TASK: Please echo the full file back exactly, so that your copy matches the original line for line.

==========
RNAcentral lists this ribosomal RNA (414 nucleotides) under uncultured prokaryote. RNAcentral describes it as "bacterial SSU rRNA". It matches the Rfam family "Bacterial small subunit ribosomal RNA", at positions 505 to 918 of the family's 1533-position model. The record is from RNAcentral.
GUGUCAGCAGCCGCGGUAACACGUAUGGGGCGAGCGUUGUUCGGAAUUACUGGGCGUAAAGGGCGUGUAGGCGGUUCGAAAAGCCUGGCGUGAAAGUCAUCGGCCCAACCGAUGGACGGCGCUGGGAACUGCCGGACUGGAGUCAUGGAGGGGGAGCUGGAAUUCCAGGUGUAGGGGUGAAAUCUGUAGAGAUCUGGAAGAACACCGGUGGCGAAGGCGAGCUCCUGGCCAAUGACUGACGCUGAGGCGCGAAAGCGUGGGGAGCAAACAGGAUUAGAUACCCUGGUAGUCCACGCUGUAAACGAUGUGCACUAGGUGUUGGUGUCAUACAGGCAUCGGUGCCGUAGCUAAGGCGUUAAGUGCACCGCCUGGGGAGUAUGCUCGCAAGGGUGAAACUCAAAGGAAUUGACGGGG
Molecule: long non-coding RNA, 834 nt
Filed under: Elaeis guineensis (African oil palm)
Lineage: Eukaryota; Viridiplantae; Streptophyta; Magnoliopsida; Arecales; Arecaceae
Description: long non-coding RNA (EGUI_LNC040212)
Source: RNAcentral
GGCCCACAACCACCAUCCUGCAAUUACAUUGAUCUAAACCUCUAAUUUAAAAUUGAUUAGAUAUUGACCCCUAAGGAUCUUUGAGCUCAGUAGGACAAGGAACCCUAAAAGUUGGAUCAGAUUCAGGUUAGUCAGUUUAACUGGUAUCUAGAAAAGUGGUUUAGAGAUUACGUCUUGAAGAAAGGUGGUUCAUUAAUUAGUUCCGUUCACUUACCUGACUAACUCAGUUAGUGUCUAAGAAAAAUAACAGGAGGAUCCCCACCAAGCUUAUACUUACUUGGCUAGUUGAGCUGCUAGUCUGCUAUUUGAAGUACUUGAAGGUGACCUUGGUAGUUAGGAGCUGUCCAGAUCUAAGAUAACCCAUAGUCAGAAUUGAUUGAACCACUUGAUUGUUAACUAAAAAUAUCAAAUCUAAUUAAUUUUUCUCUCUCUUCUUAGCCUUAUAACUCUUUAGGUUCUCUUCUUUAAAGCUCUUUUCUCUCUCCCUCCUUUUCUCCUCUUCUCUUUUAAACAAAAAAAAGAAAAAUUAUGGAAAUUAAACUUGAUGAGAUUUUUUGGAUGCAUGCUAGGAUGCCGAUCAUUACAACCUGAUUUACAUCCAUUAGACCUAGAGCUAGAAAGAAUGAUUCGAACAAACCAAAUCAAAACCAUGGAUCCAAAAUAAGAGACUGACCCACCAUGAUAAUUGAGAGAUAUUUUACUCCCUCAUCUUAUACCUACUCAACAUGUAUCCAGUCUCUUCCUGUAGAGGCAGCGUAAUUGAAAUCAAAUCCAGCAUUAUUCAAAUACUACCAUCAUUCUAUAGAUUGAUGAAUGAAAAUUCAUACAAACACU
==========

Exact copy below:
RNAcentral lists this ribosomal RNA (414 nucleotides) under uncultured prokaryote. RNAcentral describes it as "bacterial SSU rRNA". It matches the Rfam family "Bacterial small subunit ribosomal RNA", at positions 505 to 918 of the family's 1533-position model. The record is from RNAcentral.
GUGUCAGCAGCCGCGGUAACACGUAUGGGGCGAGCGUUGUUCGGAAUUACUGGGCGUAAAGGGCGUGUAGGCGGUUCGAAAAGCCUGGCGUGAAAGUCAUCGGCCCAACCGAUGGACGGCGCUGGGAACUGCCGGACUGGAGUCAUGGAGGGGGAGCUGGAAUUCCAGGUGUAGGGGUGAAAUCUGUAGAGAUCUGGAAGAACACCGGUGGCGAAGGCGAGCUCCUGGCCAAUGACUGACGCUGAGGCGCGAAAGCGUGGGGAGCAAACAGGAUUAGAUACCCUGGUAGUCCACGCUGUAAACGAUGUGCACUAGGUGUUGGUGUCAUACAGGCAUCGGUGCCGUAGCUAAGGCGUUAAGUGCACCGCCUGGGGAGUAUGCUCGCAAGGGUGAAACUCAAAGGAAUUGACGGGG
Molecule: long non-coding RNA, 834 nt
Filed under: Elaeis guineensis (African oil palm)
Lineage: Eukaryota; Viridiplantae; Streptophyta; Magnoliopsida; Arecales; Arecaceae
Description: long non-coding RNA (EGUI_LNC040212)
Source: RNAcentral
GGCCCACAACCACCAUCCUGCAAUUACAUUGAUCUAAACCUCUAAUUUAAAAUUGAUUAGAUAUUGACCCCUAAGGAUCUUUGAGCUCAGUAGGACAAGGAACCCUAAAAGUUGGAUCAGAUUCAGGUUAGUCAGUUUAACUGGUAUCUAGAAAAGUGGUUUAGAGAUUACGUCUUGAAGAAAGGUGGUUCAUUAAUUAGUUCCGUUCACUUACCUGACUAACUCAGUUAGUGUCUAAGAAAAAUAACAGGAGGAUCCCCACCAAGCUUAUACUUACUUGGCUAGUUGAGCUGCUAGUCUGCUAUUUGAAGUACUUGAAGGUGACCUUGGUAGUUAGGAGCUGUCCAGAUCUAAGAUAACCCAUAGUCAGAAUUGAUUGAACCACUUGAUUGUUAACUAAAAAUAUCAAAUCUAAUUAAUUUUUCUCUCUCUUCUUAGCCUUAUAACUCUUUAGGUUCUCUUCUUUAAAGCUCUUUUCUCUCUCCCUCCUUUUCUCCUCUUCUCUUUUAAACAAAAAAAAGAAAAAUUAUGGAAAUUAAACUUGAUGAGAUUUUUUGGAUGCAUGCUAGGAUGCCGAUCAUUACAACCUGAUUUACAUCCAUUAGACCUAGAGCUAGAAAGAAUGAUUCGAACAAACCAAAUCAAAACCAUGGAUCCAAAAUAAGAGACUGACCCACCAUGAUAAUUGAGAGAUAUUUUACUCCCUCAUCUUAUACCUACUCAACAUGUAUCCAGUCUCUUCCUGUAGAGGCAGCGUAAUUGAAAUCAAAUCCAGCAUUAUUCAAAUACUACCAUCAUUCUAUAGAUUGAUGAAUGAAAAUUCAUACAAACACU